The Town of North Hempstead was complaining this week that PSEG Long Island continues to use harmful and cancer-causing chemicals on its utility poles.
Residents of Garden City, Long Island took PSEG to task Saturday, saying they do not want what they call “monster” utility poles in their neighborhoods.
Sen. Charles Schumer has added his voice to a growing chorus of elected officials and residents expressing concern about the use of a pesticide on wooden utility poles.
Numerous residents of Lyndhurst, New Jersey were expected to be without power until Tuesday, after a truck accidentally pulled down an overhead wire and led four utility poles to snap.
The battle over PSEG Long Island’s controversial towering new utility poles continues.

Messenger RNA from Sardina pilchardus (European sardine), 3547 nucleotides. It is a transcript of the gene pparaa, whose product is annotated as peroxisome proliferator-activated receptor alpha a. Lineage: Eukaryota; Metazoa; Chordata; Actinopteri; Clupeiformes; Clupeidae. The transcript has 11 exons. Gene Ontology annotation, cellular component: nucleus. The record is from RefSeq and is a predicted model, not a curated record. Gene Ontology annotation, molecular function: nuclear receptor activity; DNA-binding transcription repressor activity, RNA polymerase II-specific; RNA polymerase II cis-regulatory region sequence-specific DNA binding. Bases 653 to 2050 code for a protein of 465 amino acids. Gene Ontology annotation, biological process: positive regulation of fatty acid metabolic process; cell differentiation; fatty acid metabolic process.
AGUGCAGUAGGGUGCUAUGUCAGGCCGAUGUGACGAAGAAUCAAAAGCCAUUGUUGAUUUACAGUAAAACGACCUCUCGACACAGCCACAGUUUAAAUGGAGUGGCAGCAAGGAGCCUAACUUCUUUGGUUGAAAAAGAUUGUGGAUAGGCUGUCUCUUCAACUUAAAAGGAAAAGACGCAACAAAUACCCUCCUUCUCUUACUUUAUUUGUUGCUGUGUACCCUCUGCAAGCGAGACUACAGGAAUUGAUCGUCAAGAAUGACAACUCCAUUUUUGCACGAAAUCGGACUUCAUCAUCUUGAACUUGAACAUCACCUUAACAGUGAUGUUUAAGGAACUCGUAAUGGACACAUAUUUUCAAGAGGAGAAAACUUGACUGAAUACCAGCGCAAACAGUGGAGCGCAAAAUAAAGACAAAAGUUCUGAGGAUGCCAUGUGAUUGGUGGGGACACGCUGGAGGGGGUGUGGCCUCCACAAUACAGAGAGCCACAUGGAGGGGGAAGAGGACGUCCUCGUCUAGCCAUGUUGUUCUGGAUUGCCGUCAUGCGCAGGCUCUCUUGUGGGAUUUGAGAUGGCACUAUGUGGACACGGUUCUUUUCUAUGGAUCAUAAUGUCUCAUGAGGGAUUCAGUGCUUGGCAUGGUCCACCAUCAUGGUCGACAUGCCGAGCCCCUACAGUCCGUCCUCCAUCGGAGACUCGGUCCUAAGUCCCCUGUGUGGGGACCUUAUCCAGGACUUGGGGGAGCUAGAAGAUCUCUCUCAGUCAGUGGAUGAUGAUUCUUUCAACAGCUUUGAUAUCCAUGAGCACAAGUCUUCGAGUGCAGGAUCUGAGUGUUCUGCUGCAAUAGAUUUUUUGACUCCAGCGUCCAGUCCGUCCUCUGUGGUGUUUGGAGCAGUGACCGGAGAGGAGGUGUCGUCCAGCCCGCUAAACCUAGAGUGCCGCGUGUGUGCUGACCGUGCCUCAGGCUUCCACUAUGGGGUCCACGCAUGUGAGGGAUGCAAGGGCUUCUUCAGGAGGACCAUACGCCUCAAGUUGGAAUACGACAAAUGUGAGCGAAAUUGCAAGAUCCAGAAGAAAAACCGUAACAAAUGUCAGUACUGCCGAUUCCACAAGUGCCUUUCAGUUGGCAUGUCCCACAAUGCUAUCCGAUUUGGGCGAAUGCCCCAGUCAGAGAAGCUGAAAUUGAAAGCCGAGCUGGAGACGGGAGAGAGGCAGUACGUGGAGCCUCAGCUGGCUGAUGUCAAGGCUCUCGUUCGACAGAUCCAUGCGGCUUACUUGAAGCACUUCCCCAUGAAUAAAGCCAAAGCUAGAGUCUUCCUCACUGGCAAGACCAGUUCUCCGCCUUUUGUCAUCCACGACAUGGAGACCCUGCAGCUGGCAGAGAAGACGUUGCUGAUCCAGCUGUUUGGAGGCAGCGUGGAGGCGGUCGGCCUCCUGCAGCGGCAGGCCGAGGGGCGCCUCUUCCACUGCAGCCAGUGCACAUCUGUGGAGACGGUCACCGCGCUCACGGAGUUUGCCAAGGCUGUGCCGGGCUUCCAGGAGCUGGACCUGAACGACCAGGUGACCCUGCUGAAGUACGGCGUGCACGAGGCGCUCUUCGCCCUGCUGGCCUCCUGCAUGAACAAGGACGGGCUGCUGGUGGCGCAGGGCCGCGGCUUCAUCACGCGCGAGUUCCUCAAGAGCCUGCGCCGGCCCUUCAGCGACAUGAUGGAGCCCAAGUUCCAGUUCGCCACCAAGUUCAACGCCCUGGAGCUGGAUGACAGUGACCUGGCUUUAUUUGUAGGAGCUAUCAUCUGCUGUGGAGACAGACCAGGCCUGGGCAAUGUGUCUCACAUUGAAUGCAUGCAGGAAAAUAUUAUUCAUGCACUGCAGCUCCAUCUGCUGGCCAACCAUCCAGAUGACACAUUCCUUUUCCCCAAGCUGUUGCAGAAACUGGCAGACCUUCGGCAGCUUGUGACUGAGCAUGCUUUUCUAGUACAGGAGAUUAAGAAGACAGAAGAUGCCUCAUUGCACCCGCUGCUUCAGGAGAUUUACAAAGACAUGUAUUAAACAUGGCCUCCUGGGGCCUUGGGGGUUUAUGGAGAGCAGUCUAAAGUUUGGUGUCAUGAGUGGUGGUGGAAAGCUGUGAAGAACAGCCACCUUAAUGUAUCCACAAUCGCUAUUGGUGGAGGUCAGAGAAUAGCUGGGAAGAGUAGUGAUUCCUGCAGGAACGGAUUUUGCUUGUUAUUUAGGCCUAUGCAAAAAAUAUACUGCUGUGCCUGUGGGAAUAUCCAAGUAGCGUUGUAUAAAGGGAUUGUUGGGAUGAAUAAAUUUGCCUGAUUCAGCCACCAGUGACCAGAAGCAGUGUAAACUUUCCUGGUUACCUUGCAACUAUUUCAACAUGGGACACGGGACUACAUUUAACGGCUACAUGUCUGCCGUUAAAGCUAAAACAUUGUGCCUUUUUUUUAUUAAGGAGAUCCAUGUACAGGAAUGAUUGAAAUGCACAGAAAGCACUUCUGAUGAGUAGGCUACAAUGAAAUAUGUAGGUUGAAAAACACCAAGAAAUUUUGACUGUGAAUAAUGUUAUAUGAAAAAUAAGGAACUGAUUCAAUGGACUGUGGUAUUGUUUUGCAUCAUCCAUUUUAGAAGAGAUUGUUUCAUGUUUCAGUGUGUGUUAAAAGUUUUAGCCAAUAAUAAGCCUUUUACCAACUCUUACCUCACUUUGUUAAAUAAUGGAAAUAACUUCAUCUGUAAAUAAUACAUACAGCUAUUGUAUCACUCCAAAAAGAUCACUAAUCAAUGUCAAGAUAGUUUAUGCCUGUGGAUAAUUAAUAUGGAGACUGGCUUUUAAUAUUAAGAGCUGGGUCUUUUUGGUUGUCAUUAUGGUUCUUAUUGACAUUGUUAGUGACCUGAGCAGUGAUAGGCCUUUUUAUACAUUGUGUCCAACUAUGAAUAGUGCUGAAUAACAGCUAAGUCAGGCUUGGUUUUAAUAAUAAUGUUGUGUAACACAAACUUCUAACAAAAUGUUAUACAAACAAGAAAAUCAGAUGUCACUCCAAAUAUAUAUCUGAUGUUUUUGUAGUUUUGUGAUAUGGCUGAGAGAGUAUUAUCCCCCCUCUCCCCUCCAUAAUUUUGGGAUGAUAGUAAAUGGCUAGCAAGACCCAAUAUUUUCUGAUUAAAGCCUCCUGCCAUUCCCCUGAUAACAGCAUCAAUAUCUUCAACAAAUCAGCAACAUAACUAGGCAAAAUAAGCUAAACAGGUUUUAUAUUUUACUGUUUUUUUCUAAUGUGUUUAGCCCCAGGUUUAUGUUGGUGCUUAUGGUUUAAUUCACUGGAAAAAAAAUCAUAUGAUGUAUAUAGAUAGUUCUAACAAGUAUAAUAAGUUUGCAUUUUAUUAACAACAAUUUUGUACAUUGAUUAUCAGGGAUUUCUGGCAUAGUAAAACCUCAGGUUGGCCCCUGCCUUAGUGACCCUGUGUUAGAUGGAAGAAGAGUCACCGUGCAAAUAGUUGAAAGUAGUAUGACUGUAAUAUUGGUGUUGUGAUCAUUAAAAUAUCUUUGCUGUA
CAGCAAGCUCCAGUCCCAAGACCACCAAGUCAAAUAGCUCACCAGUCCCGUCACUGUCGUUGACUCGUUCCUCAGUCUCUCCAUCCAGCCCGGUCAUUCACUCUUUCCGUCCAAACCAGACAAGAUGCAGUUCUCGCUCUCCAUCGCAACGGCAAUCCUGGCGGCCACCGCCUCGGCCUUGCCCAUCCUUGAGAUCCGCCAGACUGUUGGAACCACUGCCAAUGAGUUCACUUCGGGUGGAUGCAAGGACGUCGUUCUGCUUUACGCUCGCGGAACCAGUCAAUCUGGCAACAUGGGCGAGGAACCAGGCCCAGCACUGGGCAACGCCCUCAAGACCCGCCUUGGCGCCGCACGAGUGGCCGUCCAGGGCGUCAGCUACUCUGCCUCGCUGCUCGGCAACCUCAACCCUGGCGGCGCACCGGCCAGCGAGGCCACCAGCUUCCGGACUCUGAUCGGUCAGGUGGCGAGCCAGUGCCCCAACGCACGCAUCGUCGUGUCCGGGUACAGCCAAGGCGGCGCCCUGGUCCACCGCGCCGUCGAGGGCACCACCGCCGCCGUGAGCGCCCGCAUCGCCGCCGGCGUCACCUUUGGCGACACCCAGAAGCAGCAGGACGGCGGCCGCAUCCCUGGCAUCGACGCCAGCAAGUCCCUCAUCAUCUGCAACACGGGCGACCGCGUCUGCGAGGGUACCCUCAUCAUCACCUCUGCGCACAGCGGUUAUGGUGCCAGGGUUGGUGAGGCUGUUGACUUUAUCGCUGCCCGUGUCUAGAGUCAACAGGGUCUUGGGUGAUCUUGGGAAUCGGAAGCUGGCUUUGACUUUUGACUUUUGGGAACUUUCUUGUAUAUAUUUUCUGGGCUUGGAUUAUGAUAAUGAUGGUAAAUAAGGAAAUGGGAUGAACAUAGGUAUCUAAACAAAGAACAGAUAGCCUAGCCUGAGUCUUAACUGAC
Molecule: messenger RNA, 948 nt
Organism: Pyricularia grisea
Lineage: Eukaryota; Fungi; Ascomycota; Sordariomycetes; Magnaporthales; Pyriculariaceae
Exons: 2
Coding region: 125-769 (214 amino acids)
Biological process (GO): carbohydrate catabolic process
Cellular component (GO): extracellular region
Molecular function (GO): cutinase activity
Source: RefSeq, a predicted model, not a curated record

The Kim family of Glen Head speaks for many on Long Island’s North Shore: “I think there are too many power poles.”
The 26-year-old woman lost control of her car and crashed into several utility poles on Friday night, police said. The mother and son were airlifted to a nearby hospital. Both had been wearing seat belts.
About 900 Port Washington residents have signed a petition demanding their removal. The petition claims the taller poles are dangerous and an eyesore.
Some residents call the poles an eyesore and are concerned they could pose a health risk and decrease property values.
Residents in one New Jersey neighborhood have told a power company “not in my neighborhood.” The outcry began when PSE&G began replacing 35-foot utility poles with poles that are twice as tall.
Residents were fed up with all the signs covering utility poles, fences, and trees in the town of Hempstead. So the town took action, WCBS 880’s Sophia Hall reported.